Tracey Emin has been celebrated for her artworks that employ embroidery and appliqué to explore issues in her personal life and her status as a female artist. For her iconic work ‘There’s A Lot of Money in Chairs’ she sewed her and her twin brother’s names and the year of her birth onto her grandmother’s armchair, together with the names of places in the USA she had visited with the chair.
The American artist Charles Le Dray works mainly with textiles and meticulously stitches and sews all his work. A surrogate for identity, his untitled miniature suit hangs in a closet underneath original eighteenth-century clothes hooks, while Laura Ford's sculpture ‘Chintz Girl', inspired by the oppressive atmospheres of middle-class lounges, is placed in a dance with the Gino Severini's Futurist masterpiece ‘Danseuse No.5' in the Gallery's collection. Debbie Lawson's textile-covered sculptures bring banal domestic furniture to life: in ‘Secret Garden' a Persian carpet appears to have grown into a floral abundance of flowers constructed from the carpet.
The exhibition features a number of works executed in textiles by artists for whom this is not their usual medium. Gary Hume's ‘Georgie and Orchids' is a wool tapestry with raised embroidery that is based on one of the Water Paintings he showed at the 1999 Venice Biennale. The artist claimed: ‘Tapestry was really good for me because it has very little pictorial depth - things float in space, and nothing recedes; it's all on the same plane - which is how I paint.'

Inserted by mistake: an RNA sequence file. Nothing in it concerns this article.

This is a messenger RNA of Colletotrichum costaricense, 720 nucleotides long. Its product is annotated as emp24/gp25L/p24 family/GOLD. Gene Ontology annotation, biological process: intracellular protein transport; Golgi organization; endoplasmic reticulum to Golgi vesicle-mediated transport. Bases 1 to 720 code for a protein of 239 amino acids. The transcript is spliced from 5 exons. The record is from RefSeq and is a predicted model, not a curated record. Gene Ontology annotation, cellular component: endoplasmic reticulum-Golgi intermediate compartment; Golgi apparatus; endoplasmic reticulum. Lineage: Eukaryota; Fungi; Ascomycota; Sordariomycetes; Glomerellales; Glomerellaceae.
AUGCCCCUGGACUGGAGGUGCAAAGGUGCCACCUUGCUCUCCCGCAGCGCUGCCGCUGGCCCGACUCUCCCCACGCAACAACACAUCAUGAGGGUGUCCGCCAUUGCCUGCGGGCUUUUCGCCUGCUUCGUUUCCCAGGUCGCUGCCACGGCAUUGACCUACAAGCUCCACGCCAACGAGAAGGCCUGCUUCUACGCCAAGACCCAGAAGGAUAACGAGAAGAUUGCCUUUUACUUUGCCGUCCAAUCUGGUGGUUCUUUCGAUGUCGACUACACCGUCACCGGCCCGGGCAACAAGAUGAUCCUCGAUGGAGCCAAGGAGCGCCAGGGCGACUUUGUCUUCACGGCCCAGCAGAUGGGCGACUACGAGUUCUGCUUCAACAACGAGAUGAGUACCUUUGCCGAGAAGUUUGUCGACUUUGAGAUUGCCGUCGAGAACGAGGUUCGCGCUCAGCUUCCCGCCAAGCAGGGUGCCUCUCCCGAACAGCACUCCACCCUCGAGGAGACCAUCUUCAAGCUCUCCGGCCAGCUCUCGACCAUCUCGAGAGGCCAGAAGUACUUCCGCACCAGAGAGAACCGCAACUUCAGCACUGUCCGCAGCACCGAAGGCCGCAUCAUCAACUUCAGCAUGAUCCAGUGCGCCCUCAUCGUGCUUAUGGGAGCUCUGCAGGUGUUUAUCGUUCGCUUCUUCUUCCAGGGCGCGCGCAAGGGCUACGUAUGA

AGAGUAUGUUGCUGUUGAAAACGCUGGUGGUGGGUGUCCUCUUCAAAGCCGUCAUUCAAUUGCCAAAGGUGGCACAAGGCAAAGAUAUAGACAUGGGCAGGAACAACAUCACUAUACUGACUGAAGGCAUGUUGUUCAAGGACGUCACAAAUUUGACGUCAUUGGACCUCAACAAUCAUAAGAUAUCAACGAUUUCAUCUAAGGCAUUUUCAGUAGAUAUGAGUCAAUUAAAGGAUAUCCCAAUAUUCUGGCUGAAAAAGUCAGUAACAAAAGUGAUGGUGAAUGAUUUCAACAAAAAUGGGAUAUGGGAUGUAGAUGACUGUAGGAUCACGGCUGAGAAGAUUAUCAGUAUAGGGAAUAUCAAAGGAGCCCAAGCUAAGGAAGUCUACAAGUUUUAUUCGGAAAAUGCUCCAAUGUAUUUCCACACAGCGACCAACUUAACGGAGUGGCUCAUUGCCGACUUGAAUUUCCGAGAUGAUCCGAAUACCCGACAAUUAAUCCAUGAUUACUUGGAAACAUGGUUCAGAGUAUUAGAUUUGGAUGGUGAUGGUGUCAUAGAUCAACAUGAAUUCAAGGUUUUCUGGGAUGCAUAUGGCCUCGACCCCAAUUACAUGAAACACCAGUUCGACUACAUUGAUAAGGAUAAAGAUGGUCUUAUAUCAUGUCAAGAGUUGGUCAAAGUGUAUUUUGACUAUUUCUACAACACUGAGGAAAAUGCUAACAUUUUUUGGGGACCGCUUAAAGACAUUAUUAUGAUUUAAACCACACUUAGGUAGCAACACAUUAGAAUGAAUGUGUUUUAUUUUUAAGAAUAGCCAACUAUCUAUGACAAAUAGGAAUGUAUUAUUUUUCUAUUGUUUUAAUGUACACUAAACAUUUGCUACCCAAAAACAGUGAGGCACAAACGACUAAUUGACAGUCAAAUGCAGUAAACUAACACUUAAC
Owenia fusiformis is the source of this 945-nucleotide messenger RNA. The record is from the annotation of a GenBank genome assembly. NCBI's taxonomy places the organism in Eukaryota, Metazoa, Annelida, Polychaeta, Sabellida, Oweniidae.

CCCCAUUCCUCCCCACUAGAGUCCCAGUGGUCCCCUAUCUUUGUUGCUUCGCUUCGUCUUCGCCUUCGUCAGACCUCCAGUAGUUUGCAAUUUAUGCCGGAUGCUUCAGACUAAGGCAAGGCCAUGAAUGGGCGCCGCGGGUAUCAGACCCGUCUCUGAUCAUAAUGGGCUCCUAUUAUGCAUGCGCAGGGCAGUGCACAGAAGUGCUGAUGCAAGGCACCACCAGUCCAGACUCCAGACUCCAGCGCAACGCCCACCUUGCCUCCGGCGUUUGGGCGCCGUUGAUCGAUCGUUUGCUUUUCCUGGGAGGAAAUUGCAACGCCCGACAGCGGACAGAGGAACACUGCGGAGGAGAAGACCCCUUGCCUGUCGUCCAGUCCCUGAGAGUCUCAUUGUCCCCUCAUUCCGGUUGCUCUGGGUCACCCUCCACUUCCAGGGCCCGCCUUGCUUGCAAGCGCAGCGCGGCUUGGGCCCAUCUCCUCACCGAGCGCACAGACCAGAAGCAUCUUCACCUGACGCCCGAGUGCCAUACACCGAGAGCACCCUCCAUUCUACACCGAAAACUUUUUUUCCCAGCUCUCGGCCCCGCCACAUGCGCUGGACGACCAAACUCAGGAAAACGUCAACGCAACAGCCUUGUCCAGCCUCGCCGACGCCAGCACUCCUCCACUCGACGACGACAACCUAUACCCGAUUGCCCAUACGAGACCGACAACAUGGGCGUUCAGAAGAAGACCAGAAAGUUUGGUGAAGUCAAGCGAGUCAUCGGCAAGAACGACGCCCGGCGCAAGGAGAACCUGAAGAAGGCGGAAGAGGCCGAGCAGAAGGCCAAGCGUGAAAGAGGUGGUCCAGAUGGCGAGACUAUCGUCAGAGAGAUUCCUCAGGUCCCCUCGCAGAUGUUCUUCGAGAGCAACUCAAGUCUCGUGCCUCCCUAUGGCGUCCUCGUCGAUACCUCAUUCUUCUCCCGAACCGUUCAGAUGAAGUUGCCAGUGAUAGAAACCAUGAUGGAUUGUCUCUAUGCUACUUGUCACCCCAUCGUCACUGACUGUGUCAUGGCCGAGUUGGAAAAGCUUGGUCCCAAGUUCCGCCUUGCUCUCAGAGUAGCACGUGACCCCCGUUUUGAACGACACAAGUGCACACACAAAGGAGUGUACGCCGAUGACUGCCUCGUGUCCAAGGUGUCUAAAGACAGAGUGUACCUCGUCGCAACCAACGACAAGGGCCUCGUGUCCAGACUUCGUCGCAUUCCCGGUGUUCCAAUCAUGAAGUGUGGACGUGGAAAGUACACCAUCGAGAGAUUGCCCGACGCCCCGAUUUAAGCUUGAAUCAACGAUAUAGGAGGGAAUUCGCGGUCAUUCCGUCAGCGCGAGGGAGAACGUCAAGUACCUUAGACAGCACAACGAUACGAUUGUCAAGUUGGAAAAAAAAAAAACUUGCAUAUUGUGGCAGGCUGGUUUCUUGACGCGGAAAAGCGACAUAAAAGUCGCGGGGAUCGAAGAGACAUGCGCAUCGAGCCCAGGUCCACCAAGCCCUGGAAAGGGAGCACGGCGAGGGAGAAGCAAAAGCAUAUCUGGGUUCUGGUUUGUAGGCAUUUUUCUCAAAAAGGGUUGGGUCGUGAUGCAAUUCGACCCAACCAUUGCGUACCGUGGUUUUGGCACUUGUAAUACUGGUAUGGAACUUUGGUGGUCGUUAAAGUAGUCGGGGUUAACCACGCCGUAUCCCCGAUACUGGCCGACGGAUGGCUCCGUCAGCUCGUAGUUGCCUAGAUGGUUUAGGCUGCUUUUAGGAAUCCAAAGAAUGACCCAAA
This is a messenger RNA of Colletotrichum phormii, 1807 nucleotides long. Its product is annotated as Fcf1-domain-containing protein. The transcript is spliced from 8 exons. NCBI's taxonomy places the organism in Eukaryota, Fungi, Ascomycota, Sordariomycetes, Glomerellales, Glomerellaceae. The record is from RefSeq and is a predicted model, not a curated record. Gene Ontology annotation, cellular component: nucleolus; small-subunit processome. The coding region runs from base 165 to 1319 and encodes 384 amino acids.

Grayson Perry's wool needlepoint hanging ‘Vote Alan Measles for God' casts Perry's childhood teddy bear and mascot in a form of political banner. Jumping up with Kalashnikov raised and surrounded by explosions, bullets and dollar signs, Measles appears to be a comic parody of the violence and simplicity of the Islamic terrorist world-view.